By scenic rail or by car, it's still an amazing trip.
Sep 13, 2019 at 8:00 AM by
Home to Mt. Washington, the highest peak in northeastern United States, an impressive beacon that measures an elevation of 6,288 feet, and the White Mountains, the most rugged mountain range in New England, it’s no wonder that this part of New Hampshire serves as an epicenter of outdoor activities year-round.
The Appalachian Trail cuts clear through the summit, so you’ll encounter lots of hikers and backpackers here, many weary, especially if they’ve picked up this renowned trail down south in Georgia.
The White Mountain National Forest is dense in these parts until you break through toward the top of Mt. Washington where the terrain is more like tundra and the vegetation is sparse. Know that the weather can be pretty wild up there, which depending on where you find yourself, can add a whole lot to the excitement. Whether you’re hiking, driving up on the Mt. Washington Auto Road or chugging along on the Mount Washington Cog Railway, be prepared and bring lots of layers, enough to keep you warm and dry even if you head out on your adventure on a hot summer’s day. (Note that at that elevation, the wind can blow in some nasty weather pretty darn fast.)
If you’ve never taken a cog railway, the Cog–as it’s known here–is a must. It’s the first of its kind in the world and it is also the steepest rack railway that exists, excepting the Pilatus Railway in Switzerland. (Their mountains are much higher!) Get this:its biodiesel engine powers it up the mountain twice as fast as a steam locomotive would; it only takes about a half hour to ascend.
You can pick up the Cog on the western side of Mt. Washington and on the eastern flank you can embark upon a different type of adventure on the Mount Washington Auto Road. It’s a 7.6- mile toll road that measures an average gradient of 11.6%–that’s quite the climb! Can you believe it was opened to the public in 1861? Indeed, there’s a long history of tourism on Mt. Washington and at one point there were even two hotels at the top. You can either drive up yourself or take a guided tour in vans, which are also called stages. It’s a pretty hairy drive, so much so, in fact, that this climb is steeper than all of the epic mountain stages in the world-famous Tour de France bike race. (Know that you cannot pedal up here unless it’s during an organized race of which their are a few–mostly for professional cyclists however.)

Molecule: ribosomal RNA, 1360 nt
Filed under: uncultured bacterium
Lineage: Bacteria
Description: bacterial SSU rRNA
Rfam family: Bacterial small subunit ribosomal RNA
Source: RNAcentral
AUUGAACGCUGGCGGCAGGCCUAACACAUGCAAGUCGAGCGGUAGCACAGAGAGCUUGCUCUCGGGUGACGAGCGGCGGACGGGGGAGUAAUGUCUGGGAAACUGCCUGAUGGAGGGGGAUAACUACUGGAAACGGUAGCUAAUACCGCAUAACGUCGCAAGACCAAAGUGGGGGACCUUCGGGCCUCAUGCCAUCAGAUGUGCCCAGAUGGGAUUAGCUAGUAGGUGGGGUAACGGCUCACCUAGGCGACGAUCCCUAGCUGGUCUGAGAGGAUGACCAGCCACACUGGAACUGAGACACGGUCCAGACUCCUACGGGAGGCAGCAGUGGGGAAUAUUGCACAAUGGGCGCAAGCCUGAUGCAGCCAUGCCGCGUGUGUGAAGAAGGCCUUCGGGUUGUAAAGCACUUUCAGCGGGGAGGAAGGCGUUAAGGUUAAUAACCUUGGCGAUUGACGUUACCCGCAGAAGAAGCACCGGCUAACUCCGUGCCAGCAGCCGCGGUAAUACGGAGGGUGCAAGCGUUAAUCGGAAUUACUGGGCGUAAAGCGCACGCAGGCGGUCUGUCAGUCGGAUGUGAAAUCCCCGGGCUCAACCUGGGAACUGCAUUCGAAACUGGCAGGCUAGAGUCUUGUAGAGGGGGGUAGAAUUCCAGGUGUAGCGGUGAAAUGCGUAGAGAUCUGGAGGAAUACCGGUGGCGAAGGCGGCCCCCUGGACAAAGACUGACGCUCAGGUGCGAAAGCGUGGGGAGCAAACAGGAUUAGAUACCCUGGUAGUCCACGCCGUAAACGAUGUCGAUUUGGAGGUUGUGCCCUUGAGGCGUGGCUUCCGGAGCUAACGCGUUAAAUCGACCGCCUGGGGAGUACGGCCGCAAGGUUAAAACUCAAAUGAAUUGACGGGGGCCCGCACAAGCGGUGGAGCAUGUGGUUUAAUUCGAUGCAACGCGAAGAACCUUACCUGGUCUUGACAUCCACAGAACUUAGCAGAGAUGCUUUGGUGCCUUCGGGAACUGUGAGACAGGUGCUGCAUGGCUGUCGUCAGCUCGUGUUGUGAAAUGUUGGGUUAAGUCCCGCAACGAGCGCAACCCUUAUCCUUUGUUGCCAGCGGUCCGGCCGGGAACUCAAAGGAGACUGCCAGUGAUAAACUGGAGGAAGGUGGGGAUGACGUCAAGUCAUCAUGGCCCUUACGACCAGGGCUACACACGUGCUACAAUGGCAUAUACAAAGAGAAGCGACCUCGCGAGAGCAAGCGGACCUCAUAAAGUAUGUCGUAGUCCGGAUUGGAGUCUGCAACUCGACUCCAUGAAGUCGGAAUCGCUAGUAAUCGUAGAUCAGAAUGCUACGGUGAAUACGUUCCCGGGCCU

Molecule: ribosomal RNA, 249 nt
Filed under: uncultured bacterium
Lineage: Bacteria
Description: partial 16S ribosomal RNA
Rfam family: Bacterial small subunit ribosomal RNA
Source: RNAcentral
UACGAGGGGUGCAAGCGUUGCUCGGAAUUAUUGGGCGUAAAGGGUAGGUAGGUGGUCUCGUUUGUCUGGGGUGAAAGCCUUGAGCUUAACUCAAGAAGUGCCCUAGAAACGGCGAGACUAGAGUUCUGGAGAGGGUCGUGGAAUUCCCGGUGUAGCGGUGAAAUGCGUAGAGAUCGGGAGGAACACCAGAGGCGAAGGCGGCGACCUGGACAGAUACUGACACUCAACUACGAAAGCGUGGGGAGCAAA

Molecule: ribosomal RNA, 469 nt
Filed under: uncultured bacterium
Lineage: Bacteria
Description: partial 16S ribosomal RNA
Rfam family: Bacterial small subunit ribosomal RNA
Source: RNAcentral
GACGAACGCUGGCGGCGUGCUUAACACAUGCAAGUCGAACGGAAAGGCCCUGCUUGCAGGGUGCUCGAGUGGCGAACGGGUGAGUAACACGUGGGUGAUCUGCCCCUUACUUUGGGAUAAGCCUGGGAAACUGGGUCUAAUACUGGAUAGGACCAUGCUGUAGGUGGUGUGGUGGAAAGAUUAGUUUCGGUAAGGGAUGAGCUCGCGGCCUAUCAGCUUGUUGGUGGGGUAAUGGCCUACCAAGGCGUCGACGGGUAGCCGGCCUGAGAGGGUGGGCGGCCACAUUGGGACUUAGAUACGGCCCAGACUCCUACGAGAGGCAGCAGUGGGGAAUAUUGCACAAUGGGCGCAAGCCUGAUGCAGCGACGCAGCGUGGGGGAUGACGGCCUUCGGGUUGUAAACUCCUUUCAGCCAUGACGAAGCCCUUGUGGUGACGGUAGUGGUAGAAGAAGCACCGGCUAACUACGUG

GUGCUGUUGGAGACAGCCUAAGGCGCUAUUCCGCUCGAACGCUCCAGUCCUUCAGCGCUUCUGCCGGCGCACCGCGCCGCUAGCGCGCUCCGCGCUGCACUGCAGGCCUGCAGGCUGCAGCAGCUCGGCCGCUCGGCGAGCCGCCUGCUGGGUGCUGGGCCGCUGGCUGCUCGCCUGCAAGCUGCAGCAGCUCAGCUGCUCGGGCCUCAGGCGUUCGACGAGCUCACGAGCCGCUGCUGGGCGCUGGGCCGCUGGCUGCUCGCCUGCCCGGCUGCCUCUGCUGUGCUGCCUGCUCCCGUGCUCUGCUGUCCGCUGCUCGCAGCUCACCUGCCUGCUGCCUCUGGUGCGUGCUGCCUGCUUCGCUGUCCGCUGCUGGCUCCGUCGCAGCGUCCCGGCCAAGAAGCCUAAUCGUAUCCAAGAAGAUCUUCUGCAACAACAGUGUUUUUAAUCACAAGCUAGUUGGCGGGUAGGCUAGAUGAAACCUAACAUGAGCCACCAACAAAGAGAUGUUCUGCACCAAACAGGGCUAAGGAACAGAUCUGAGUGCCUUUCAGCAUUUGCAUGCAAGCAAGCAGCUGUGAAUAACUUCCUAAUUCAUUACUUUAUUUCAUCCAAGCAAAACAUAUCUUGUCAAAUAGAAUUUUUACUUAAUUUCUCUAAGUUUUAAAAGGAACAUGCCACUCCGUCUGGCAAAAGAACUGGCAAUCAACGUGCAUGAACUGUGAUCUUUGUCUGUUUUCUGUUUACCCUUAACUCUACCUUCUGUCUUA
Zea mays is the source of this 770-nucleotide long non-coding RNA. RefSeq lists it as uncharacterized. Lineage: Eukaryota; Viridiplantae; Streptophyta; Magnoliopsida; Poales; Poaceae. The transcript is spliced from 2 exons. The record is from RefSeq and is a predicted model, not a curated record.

Like many people vacationing here, you’ll likely have your own bike (s) in tow. Know that if you need any kind of repairs or perhaps a cool jersey with local flavor, go to The Bike Shop in Conway. You’ll also find places to rent bikes within the area.
All of the shops and tourism offices are helpful with setting you on your way for both pedaling along on a bike path or tackling a more challenging mountain bike trail. Consult your Discovery Map to find out where the covered bridges are located in the area and then plan a scenic ride to them. There’s nothing like that good ‘ole New England feel. The same map highlights the many waterfalls in the area that you might want to hike to–or perhaps pedal up to to reach the trailhead. Check out the New Hampshire State Parks website for details.
Rock climbing is also big in the area, especially at Cathedral Ledge in Echo Lake State Park. Back up on Mt. Washington, more adventuresome types set out glider flying and/or backcountry skiing. Wow!
Did you know that New Hampshire is moose country? You can see one–or at least hope to spot one–on a moose tour with companies such as Raft NH Moose Tours or Outdoor Escapes New Hampshire. Whether you see a moose or not, each tour is an adventure and you always encounter wildlife such as deer and osprey.
Have North Conway serve as your base for outdoor activities no matter the season. From horseback riding to snowshoeing to fishing to kayaking, canoeing, rafting and more, there’s an outfitter that can either lead you on your adventure or set you up to go on your own. During the fair weather season, mini golfs, water parks and zip lines round out the low and high adrenaline scene. And if you’re into golf, you’ll be delighted in the many courses you can play on throughout Mt. Washington Valley.
So whether you climb a mountain or just marvel at its beauty from a far, there’s something for everyone in this super picturesque part of the Northeast.